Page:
The Master’s walking made no sound. For years he walked barefoot, but in later life took to canvas shoes. There was a poise in his every movement. When he spoke, the flow of language was steady and natural, and tongue-slips were conspicuous by their absence.
In appearance the Master was far too simple—no colourful marks on the forehead, no matted locks or flowing beard, no rosaries around his neck, no beads, bangles or ear-rings—just enough clothing to protect his person from the weather and to ensure decency in society. In winter he wore an overcoat and in summer two large pieces of cotton, one around his waist, and the other over his shoulders and across his chest.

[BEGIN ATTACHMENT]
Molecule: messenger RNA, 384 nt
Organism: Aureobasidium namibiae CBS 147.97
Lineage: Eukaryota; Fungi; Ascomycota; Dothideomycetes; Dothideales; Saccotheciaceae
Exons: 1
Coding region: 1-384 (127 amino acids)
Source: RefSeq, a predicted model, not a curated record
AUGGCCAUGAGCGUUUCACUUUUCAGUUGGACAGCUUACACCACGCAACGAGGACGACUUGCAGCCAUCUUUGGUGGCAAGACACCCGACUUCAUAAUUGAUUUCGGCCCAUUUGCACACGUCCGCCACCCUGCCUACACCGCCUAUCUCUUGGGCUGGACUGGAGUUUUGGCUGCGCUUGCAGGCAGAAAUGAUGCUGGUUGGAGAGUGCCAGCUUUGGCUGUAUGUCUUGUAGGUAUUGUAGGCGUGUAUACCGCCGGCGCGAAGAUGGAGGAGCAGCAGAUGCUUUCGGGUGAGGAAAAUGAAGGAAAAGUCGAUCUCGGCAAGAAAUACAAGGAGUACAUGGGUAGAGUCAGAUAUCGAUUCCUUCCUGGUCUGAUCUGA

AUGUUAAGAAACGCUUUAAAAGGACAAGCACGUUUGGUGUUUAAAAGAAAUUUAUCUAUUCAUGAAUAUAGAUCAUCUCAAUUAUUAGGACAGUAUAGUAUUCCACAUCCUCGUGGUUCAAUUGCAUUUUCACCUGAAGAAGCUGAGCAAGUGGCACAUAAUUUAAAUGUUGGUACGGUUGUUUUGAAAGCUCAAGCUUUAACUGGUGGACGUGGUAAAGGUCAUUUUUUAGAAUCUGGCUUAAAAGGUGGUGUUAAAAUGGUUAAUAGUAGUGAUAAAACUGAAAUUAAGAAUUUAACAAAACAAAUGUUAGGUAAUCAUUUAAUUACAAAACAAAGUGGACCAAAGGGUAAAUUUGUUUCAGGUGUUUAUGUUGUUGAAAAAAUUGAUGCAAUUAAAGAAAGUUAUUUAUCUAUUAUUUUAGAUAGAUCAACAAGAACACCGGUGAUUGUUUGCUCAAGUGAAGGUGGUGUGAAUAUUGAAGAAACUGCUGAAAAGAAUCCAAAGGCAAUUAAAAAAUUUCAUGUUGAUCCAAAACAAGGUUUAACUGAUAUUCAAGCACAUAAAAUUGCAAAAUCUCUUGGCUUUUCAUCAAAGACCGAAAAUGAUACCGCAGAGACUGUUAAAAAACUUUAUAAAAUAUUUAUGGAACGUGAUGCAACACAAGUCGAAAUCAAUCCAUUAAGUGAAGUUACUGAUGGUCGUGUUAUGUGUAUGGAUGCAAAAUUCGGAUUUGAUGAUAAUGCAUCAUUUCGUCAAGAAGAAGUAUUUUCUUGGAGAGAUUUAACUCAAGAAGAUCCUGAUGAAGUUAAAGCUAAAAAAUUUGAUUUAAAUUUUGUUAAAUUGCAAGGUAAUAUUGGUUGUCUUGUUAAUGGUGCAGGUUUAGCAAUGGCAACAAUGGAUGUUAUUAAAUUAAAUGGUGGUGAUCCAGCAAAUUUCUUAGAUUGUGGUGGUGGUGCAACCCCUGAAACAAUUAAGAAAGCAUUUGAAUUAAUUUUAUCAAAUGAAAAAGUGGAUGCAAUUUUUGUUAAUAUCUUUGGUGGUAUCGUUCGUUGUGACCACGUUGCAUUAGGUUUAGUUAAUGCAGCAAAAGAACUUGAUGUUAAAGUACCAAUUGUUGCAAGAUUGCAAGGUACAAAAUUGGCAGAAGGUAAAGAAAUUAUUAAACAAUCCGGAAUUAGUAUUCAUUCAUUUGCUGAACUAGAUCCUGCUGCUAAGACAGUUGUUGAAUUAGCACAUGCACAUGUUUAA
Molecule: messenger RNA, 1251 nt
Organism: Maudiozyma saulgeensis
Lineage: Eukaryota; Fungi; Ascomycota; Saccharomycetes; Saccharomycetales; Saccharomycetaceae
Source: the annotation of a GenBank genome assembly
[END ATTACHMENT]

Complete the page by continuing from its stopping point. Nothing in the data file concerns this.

It so happened one day in 1956 that an old South Indian lady walked into the Ashram office to have Darshan of the Master. He greeted her with an "Om" and folded hands, showed her a seat and made kind enquiries about her health and her pilgrimage. When he resumed his work the lady quietly walked out. Near the dispensary she asked an Ashramite, "Where is Swamiji? When can I see him?"
Sri N. Ananthanarayanan
To be continued ...